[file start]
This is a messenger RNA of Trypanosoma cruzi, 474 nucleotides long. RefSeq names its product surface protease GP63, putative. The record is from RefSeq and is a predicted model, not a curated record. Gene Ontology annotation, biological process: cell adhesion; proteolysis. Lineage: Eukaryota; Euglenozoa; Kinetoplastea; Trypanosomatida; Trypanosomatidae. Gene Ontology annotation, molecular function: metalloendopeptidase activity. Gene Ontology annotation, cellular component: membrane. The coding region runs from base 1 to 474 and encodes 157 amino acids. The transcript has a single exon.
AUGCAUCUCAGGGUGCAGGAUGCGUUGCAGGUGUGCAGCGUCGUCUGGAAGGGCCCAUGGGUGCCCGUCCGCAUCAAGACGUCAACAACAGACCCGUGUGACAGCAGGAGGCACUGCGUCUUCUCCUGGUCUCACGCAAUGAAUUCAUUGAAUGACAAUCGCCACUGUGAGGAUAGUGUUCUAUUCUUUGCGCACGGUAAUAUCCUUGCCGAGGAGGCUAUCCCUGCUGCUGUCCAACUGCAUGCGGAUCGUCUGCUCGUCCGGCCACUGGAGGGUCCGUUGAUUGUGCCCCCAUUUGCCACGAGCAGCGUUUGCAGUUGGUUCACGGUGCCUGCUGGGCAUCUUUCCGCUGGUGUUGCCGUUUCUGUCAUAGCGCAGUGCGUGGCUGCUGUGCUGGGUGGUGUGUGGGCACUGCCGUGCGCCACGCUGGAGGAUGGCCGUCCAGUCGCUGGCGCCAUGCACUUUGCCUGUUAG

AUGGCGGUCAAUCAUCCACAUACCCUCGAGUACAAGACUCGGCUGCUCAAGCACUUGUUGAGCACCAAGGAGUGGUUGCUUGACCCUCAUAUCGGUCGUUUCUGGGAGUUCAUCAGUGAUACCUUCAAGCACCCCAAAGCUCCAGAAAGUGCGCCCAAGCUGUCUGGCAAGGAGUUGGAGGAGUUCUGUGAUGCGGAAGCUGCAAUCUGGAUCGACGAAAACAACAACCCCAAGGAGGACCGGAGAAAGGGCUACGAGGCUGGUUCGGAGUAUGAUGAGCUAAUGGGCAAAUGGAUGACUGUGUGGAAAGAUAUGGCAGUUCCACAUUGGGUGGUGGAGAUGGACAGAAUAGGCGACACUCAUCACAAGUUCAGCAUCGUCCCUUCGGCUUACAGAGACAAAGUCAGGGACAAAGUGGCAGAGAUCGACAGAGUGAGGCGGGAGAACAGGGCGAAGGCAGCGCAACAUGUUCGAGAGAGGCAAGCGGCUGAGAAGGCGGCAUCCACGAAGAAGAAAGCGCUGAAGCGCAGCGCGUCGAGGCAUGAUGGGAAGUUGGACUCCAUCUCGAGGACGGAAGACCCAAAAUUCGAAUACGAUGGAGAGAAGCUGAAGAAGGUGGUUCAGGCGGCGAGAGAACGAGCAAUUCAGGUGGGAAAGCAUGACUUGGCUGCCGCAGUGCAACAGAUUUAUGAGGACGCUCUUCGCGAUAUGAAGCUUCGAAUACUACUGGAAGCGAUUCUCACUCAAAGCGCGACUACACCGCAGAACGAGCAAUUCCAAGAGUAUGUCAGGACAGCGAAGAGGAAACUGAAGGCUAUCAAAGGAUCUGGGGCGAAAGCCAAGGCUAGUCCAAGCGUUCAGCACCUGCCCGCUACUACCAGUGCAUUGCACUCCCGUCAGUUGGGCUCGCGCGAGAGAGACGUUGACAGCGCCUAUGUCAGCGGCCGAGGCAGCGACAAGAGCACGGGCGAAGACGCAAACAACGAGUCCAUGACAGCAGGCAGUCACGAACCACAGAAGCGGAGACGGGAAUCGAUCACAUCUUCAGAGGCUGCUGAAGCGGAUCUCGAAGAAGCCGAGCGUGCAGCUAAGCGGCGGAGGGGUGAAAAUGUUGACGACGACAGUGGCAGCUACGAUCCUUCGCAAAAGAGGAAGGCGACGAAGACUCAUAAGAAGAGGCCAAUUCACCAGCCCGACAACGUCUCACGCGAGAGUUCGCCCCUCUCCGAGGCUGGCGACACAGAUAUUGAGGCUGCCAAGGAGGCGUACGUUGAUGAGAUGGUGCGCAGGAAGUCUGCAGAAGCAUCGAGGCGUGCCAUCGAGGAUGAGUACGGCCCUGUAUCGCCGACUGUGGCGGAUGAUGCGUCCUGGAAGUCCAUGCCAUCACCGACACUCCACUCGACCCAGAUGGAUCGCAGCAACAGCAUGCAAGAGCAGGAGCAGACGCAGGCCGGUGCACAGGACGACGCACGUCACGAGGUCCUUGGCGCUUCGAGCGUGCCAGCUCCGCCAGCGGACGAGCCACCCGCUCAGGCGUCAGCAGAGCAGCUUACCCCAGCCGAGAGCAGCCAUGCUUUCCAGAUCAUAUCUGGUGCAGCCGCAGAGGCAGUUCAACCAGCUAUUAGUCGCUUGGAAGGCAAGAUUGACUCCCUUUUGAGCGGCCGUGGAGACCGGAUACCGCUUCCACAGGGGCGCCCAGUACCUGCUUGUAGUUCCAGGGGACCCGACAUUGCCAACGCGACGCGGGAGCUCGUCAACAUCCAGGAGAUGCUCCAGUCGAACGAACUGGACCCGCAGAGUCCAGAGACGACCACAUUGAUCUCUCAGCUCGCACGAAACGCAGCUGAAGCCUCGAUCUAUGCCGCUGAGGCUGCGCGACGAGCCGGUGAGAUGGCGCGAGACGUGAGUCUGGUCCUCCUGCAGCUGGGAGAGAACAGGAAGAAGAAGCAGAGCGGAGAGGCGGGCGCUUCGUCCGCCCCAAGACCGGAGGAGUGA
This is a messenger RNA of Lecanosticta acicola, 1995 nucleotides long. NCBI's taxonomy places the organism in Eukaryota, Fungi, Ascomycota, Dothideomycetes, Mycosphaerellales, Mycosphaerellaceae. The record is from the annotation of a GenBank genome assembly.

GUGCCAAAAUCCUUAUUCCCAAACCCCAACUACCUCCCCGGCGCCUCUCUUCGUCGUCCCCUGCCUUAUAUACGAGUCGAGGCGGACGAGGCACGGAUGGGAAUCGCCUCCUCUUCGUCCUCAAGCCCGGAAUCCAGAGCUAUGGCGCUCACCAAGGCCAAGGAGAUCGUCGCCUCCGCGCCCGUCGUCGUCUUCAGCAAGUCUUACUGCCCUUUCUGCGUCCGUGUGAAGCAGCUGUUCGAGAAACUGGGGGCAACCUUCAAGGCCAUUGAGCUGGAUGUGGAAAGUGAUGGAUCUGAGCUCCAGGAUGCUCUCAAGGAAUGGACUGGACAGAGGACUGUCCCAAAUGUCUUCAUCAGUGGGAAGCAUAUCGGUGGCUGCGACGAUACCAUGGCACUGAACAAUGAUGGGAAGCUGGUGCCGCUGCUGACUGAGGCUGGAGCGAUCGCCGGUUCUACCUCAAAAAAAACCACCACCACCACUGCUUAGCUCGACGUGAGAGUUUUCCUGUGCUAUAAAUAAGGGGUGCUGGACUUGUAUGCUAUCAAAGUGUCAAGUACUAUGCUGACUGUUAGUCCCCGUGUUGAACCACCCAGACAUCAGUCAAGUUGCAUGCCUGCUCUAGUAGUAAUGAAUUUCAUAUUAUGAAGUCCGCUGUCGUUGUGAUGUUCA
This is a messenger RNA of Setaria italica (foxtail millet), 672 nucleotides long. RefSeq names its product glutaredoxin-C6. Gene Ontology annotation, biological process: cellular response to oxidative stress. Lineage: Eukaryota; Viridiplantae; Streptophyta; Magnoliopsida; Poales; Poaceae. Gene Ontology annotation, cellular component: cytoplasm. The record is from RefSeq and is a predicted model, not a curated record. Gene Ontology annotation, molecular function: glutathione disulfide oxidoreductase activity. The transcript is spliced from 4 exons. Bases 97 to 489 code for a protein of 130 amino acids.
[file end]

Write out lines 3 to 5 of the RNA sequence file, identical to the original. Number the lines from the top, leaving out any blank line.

AUGGCGGUCAAUCAUCCACAUACCCUCGAGUACAAGACUCGGCUGCUCAAGCACUUGUUGAGCACCAAGGAGUGGUUGCUUGACCCUCAUAUCGGUCGUUUCUGGGAGUUCAUCAGUGAUACCUUCAAGCACCCCAAAGCUCCAGAAAGUGCGCCCAAGCUGUCUGGCAAGGAGUUGGAGGAGUUCUGUGAUGCGGAAGCUGCAAUCUGGAUCGACGAAAACAACAACCCCAAGGAGGACCGGAGAAAGGGCUACGAGGCUGGUUCGGAGUAUGAUGAGCUAAUGGGCAAAUGGAUGACUGUGUGGAAAGAUAUGGCAGUUCCACAUUGGGUGGUGGAGAUGGACAGAAUAGGCGACACUCAUCACAAGUUCAGCAUCGUCCCUUCGGCUUACAGAGACAAAGUCAGGGACAAAGUGGCAGAGAUCGACAGAGUGAGGCGGGAGAACAGGGCGAAGGCAGCGCAACAUGUUCGAGAGAGGCAAGCGGCUGAGAAGGCGGCAUCCACGAAGAAGAAAGCGCUGAAGCGCAGCGCGUCGAGGCAUGAUGGGAAGUUGGACUCCAUCUCGAGGACGGAAGACCCAAAAUUCGAAUACGAUGGAGAGAAGCUGAAGAAGGUGGUUCAGGCGGCGAGAGAACGAGCAAUUCAGGUGGGAAAGCAUGACUUGGCUGCCGCAGUGCAACAGAUUUAUGAGGACGCUCUUCGCGAUAUGAAGCUUCGAAUACUACUGGAAGCGAUUCUCACUCAAAGCGCGACUACACCGCAGAACGAGCAAUUCCAAGAGUAUGUCAGGACAGCGAAGAGGAAACUGAAGGCUAUCAAAGGAUCUGGGGCGAAAGCCAAGGCUAGUCCAAGCGUUCAGCACCUGCCCGCUACUACCAGUGCAUUGCACUCCCGUCAGUUGGGCUCGCGCGAGAGAGACGUUGACAGCGCCUAUGUCAGCGGCCGAGGCAGCGACAAGAGCACGGGCGAAGACGCAAACAACGAGUCCAUGACAGCAGGCAGUCACGAACCACAGAAGCGGAGACGGGAAUCGAUCACAUCUUCAGAGGCUGCUGAAGCGGAUCUCGAAGAAGCCGAGCGUGCAGCUAAGCGGCGGAGGGGUGAAAAUGUUGACGACGACAGUGGCAGCUACGAUCCUUCGCAAAAGAGGAAGGCGACGAAGACUCAUAAGAAGAGGCCAAUUCACCAGCCCGACAACGUCUCACGCGAGAGUUCGCCCCUCUCCGAGGCUGGCGACACAGAUAUUGAGGCUGCCAAGGAGGCGUACGUUGAUGAGAUGGUGCGCAGGAAGUCUGCAGAAGCAUCGAGGCGUGCCAUCGAGGAUGAGUACGGCCCUGUAUCGCCGACUGUGGCGGAUGAUGCGUCCUGGAAGUCCAUGCCAUCACCGACACUCCACUCGACCCAGAUGGAUCGCAGCAACAGCAUGCAAGAGCAGGAGCAGACGCAGGCCGGUGCACAGGACGACGCACGUCACGAGGUCCUUGGCGCUUCGAGCGUGCCAGCUCCGCCAGCGGACGAGCCACCCGCUCAGGCGUCAGCAGAGCAGCUUACCCCAGCCGAGAGCAGCCAUGCUUUCCAGAUCAUAUCUGGUGCAGCCGCAGAGGCAGUUCAACCAGCUAUUAGUCGCUUGGAAGGCAAGAUUGACUCCCUUUUGAGCGGCCGUGGAGACCGGAUACCGCUUCCACAGGGGCGCCCAGUACCUGCUUGUAGUUCCAGGGGACCCGACAUUGCCAACGCGACGCGGGAGCUCGUCAACAUCCAGGAGAUGCUCCAGUCGAACGAACUGGACCCGCAGAGUCCAGAGACGACCACAUUGAUCUCUCAGCUCGCACGAAACGCAGCUGAAGCCUCGAUCUAUGCCGCUGAGGCUGCGCGACGAGCCGGUGAGAUGGCGCGAGACGUGAGUCUGGUCCUCCUGCAGCUGGGAGAGAACAGGAAGAAGAAGCAGAGCGGAGAGGCGGGCGCUUCGUCCGCCCCAAGACCGGAGGAGUGA
This is a messenger RNA of Lecanosticta acicola, 1995 nucleotides long. NCBI's taxonomy places the organism in Eukaryota, Fungi, Ascomycota, Dothideomycetes, Mycosphaerellales, Mycosphaerellaceae. The record is from the annotation of a GenBank genome assembly.

GUGCCAAAAUCCUUAUUCCCAAACCCCAACUACCUCCCCGGCGCCUCUCUUCGUCGUCCCCUGCCUUAUAUACGAGUCGAGGCGGACGAGGCACGGAUGGGAAUCGCCUCCUCUUCGUCCUCAAGCCCGGAAUCCAGAGCUAUGGCGCUCACCAAGGCCAAGGAGAUCGUCGCCUCCGCGCCCGUCGUCGUCUUCAGCAAGUCUUACUGCCCUUUCUGCGUCCGUGUGAAGCAGCUGUUCGAGAAACUGGGGGCAACCUUCAAGGCCAUUGAGCUGGAUGUGGAAAGUGAUGGAUCUGAGCUCCAGGAUGCUCUCAAGGAAUGGACUGGACAGAGGACUGUCCCAAAUGUCUUCAUCAGUGGGAAGCAUAUCGGUGGCUGCGACGAUACCAUGGCACUGAACAAUGAUGGGAAGCUGGUGCCGCUGCUGACUGAGGCUGGAGCGAUCGCCGGUUCUACCUCAAAAAAAACCACCACCACCACUGCUUAGCUCGACGUGAGAGUUUUCCUGUGCUAUAAAUAAGGGGUGCUGGACUUGUAUGCUAUCAAAGUGUCAAGUACUAUGCUGACUGUUAGUCCCCGUGUUGAACCACCCAGACAUCAGUCAAGUUGCAUGCCUGCUCUAGUAGUAAUGAAUUUCAUAUUAUGAAGUCCGCUGUCGUUGUGAUGUUCA